Source: B.N. Frank

Internet user data collection for the purpose of marketing products and services to users as well as selling their data to third parties is sometimes referred to as “surveillance capitalism”.  Kids aren’t spared from surveillance capitalism – even with school-provided devices and software.  In fact, some American schools have installed software to monitor students’ computer activity.  As time goes on, more American lawmakers are taking action to protect students’ information from being shared for marketing purposes.

From Gov Tech:

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Maryland Proposes New K-12 Student Data Privacy Law

Responding to lessons learned from the implementation of a 2015 student privacy law, Maryland lawmakers want new measures to redefine protected information and require oversight of technology used by students.

As schools have been adopting a plethora of new digital learning tools, legislators in Maryland are pushing for new K-12 student data privacy regulations to prohibit companies from collecting student information for marketing purposes.

Noting concerns about student privacy, state lawmakers sent Senate Bill 325 to the House for consideration late last month to refine Maryland’s Student Data Privacy Act of 2015, which requires operators of ed-tech websites and applications to protect sensitive student information from unauthorized access and data breaches, as well as vendors to delete data upon request by local school officials.

The new bill comes three years after the state established its Student Data Privacy Council to assess the implementation of guidelines from the 2015 bill. The council’s resulting report, released last year, noted that much of the burden has so far been on schools to contract with vendors and ensure compliance, in the absence of other state accountability measures or monitoring.

According to language in the bill, SB 325 would require local districts to submit a list of digital tools approved for use by educators, and it would require the Maryland State Department of Education to keep and annually update an online database of K-12 ed-tech tools used in state schools. In addition, the law would define “covered information” protected by state law as data that can be linked to individual students for marketing and advertising purposes.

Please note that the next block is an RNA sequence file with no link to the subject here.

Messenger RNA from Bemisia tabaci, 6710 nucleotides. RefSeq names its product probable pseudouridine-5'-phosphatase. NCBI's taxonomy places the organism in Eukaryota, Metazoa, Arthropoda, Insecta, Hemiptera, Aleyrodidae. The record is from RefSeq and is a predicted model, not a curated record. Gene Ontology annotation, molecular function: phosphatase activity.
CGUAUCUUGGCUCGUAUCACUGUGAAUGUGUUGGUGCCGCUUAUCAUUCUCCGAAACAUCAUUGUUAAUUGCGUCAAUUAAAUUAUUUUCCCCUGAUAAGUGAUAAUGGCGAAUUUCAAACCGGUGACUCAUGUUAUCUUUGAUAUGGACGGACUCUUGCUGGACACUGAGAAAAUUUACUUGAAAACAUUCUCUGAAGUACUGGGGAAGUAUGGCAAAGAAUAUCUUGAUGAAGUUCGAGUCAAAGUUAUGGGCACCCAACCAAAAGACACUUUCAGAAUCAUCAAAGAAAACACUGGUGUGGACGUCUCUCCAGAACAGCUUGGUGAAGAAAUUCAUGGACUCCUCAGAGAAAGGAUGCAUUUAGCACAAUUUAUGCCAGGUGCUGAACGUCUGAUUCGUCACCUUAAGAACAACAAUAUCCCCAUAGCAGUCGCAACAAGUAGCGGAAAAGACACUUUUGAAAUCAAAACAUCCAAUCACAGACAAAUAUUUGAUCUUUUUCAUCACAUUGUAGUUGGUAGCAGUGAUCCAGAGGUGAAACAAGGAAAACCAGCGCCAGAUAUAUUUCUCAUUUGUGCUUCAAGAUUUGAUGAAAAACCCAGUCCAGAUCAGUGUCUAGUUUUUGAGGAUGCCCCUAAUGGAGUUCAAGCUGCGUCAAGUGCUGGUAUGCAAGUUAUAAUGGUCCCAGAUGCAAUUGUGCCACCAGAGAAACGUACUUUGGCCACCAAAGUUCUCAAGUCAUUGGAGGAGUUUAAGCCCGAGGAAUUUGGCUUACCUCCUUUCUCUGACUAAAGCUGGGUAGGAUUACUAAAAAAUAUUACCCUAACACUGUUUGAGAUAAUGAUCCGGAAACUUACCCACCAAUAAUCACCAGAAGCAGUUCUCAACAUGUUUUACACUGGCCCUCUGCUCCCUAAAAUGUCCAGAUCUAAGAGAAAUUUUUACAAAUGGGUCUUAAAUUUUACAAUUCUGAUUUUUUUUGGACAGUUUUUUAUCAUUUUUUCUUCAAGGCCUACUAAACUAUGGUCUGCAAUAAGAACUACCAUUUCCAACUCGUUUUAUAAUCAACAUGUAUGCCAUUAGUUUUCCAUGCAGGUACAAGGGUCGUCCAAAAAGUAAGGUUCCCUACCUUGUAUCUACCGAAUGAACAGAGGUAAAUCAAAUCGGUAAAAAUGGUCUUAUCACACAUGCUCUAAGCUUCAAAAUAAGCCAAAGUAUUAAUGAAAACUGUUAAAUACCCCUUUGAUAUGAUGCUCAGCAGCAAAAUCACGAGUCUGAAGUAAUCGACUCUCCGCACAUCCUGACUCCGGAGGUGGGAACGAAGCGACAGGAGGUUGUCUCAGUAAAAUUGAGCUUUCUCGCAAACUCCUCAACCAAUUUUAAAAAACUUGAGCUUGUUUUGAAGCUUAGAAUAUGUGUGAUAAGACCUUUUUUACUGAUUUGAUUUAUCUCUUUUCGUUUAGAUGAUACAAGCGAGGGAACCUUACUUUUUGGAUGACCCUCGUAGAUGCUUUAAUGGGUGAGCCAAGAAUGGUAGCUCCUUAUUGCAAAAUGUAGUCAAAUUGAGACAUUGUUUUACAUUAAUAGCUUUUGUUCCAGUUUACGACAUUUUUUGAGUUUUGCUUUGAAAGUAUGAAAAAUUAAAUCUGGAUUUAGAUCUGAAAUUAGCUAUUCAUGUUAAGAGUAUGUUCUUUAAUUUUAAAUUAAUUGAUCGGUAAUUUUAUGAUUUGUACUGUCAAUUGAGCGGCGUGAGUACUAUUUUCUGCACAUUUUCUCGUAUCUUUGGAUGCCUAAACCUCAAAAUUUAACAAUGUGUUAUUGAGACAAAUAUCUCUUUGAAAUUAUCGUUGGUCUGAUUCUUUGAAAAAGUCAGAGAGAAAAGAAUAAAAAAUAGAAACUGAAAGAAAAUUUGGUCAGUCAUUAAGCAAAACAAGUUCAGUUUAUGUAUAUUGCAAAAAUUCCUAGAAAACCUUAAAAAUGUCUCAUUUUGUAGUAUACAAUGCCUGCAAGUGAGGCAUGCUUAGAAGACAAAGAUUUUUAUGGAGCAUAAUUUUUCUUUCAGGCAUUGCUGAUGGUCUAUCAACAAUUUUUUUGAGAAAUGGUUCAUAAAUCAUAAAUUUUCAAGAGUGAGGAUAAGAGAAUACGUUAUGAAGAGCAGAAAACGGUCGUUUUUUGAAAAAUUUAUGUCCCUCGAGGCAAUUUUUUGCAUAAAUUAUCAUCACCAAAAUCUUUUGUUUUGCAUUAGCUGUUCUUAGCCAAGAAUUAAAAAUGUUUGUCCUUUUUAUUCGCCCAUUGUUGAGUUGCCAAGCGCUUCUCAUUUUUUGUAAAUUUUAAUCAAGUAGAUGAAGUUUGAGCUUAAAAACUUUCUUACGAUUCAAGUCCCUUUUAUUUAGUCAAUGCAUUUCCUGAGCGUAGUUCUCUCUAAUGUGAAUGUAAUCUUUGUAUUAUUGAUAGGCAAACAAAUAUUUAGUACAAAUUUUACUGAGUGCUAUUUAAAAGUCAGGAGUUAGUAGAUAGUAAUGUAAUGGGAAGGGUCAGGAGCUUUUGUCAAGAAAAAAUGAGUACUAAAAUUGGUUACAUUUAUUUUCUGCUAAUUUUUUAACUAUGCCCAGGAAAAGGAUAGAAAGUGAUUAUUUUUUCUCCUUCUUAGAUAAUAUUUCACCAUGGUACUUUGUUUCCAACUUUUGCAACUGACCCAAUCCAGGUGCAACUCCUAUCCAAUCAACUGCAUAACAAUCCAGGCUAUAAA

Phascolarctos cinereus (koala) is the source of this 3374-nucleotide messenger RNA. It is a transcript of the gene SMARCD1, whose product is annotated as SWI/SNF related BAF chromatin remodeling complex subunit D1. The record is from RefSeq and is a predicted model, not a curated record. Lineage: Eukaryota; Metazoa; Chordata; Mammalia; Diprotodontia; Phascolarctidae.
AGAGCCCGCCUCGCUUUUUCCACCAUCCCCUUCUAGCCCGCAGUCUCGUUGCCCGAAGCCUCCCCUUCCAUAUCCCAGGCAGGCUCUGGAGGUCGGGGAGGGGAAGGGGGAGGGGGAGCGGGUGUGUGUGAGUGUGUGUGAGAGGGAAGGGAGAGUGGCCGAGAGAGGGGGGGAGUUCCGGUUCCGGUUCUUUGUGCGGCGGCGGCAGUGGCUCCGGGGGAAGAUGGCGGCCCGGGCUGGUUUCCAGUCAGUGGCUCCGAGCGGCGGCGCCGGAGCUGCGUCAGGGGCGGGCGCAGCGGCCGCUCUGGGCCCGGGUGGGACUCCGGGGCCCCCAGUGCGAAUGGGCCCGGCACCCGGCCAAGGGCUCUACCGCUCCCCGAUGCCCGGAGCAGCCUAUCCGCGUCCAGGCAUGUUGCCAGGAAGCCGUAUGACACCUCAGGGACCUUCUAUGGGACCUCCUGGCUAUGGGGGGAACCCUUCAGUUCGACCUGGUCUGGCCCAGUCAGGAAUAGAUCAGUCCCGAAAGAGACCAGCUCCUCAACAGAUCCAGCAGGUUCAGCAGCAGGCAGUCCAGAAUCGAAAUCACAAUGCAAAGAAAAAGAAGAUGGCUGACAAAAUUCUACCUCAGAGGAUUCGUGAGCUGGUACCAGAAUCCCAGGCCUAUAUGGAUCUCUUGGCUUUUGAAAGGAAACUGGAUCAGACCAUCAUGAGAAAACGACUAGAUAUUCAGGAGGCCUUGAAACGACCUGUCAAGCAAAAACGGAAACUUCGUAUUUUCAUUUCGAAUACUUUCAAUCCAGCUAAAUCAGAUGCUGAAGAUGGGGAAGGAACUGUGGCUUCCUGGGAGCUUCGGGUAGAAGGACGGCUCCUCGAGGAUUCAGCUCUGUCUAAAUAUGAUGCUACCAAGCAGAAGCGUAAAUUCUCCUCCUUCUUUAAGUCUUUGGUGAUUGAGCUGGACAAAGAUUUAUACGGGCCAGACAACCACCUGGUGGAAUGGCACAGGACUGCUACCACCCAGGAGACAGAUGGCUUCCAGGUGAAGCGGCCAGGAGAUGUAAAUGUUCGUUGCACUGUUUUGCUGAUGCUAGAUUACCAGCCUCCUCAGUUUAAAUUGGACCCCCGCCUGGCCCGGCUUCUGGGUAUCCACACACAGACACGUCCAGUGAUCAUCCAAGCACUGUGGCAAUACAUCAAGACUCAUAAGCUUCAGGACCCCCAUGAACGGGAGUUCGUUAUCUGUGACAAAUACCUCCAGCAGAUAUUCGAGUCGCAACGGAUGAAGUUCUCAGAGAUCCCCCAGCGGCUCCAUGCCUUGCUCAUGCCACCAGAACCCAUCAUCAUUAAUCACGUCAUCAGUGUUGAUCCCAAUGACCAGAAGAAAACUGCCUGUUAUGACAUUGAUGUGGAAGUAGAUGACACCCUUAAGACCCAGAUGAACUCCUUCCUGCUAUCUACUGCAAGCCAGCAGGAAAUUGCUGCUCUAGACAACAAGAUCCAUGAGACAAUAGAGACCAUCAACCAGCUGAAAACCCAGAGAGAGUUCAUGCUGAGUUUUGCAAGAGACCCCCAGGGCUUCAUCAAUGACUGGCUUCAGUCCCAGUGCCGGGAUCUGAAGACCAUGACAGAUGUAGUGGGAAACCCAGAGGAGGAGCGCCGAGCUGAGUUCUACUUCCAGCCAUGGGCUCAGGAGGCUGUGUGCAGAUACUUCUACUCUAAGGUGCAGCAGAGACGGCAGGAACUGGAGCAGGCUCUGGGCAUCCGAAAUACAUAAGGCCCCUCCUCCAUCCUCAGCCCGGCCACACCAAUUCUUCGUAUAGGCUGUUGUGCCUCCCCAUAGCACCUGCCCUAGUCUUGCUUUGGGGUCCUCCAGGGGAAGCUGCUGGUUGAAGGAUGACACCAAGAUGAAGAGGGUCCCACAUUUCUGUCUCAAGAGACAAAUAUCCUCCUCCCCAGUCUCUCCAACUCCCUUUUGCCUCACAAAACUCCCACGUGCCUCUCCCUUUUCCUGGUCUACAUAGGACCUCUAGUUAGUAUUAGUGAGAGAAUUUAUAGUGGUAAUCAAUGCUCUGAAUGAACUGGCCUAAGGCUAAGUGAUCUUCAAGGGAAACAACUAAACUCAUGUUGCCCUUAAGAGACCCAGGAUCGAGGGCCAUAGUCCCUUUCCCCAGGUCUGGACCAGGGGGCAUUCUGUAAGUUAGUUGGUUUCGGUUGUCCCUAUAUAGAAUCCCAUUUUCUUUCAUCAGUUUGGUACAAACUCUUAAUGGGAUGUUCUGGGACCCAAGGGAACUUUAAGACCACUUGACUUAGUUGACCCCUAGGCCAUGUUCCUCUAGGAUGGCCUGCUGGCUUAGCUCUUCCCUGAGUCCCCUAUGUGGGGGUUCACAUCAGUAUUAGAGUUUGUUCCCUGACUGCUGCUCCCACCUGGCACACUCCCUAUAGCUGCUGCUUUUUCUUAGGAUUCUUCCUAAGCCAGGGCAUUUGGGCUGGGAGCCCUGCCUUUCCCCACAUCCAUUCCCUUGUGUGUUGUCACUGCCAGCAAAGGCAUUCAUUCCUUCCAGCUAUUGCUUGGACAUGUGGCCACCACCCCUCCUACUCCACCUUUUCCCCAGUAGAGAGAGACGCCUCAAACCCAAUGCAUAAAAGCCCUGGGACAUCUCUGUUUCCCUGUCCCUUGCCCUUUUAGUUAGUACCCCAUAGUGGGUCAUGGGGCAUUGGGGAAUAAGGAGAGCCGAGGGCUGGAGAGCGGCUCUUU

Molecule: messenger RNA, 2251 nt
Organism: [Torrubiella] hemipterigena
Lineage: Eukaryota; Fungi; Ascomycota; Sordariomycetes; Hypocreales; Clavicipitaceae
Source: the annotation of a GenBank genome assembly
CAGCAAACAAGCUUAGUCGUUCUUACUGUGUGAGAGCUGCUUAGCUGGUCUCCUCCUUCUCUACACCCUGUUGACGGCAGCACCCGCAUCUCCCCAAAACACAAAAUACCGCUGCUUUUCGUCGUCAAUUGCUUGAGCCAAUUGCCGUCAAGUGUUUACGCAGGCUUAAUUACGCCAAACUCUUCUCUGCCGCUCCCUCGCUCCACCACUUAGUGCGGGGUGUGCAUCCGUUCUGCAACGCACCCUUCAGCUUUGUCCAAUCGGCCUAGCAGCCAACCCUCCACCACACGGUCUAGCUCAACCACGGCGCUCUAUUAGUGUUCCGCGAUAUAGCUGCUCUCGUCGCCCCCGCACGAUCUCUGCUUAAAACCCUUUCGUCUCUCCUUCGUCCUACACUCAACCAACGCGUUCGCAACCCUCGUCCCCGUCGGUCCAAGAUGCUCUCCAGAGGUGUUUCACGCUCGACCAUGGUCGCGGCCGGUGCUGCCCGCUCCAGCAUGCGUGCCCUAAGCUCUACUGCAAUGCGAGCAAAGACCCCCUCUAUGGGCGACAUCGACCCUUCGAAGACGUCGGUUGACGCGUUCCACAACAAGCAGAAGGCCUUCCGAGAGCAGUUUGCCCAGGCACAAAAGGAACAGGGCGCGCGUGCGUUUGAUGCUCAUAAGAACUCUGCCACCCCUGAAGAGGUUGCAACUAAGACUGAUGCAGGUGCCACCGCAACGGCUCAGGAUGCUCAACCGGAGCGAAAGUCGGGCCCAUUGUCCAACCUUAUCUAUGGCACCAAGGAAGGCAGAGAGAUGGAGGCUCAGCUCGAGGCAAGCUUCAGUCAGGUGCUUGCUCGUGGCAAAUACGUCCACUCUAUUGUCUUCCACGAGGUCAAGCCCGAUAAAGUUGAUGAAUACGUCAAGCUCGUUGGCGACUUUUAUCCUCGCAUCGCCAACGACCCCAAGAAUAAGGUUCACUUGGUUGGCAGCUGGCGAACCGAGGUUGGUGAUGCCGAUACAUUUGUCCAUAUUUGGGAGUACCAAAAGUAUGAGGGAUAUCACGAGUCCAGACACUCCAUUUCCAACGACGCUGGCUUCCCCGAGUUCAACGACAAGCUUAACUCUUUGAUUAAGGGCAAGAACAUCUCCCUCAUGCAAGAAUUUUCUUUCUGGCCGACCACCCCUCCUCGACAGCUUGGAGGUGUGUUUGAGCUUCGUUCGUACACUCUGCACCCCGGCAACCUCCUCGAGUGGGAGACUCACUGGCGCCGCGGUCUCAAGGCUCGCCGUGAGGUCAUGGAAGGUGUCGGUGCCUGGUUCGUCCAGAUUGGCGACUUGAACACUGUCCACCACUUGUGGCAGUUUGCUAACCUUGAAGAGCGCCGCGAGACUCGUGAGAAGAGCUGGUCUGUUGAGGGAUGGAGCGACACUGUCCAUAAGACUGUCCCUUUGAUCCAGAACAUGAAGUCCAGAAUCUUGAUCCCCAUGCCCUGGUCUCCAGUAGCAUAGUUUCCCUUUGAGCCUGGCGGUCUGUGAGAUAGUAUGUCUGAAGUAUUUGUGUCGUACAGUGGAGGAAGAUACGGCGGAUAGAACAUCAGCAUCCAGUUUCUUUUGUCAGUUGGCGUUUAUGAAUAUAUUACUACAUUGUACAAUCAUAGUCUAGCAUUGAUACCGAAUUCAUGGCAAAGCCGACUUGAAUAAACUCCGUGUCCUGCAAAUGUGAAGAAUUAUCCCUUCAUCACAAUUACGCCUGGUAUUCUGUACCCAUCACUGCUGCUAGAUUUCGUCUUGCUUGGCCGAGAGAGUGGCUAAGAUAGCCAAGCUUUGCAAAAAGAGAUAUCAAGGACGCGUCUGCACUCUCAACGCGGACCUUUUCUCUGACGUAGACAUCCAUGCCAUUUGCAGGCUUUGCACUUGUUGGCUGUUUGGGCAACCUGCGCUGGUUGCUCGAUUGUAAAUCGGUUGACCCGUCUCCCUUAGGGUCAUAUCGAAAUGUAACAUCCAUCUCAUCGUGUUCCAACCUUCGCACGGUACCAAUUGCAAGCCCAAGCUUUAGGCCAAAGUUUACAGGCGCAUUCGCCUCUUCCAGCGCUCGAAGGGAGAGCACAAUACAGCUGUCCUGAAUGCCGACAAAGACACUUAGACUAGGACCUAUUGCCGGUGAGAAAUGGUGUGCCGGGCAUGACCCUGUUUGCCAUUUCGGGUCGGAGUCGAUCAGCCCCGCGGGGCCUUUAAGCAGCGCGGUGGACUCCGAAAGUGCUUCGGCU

State Sen. Susan Lee, the primary sponsor of the Senate bill and Student Data Privacy Council member, said the legislation is “designed to tighten our state laws surrounding privacy of students whose local school systems contract with vendors to provide digital tools.”

“There are many priorities in the space of privacy, but none as important as those for children who lack the ability to consent to contracts, but whose every keystroke can be tracked for a lifelong record that is hard to expunge,” she said in an email to Government Technology. “Children deserve to be protected before they have the ability to consent that their data be shared and sold to third parties.”

Lee expects the bill to pass the state House of Delegates in the months ahead as K-12 policymakers on the local, state, and national levels place more focus on student data privacy protections amid the efforts of schools to digitize instruction.

“[The] session ends the second week of April, so we will know definitely then the status of this law,” she said.

According to the council’s report, Maryland has modeled much of its K-12 data regulations on California’s Student Online Personal Information Protection Act (SOPIPA) — the first state law to address K-12 student data privacy concerns. Maryland is among 40 states with one or more K-12 data privacy laws, and among 20 states using SOPIPA as the basis for K-12 privacy legislation, including Arizona, Connecticut, Delaware, Maine, Michigan, and Nebraska, among others.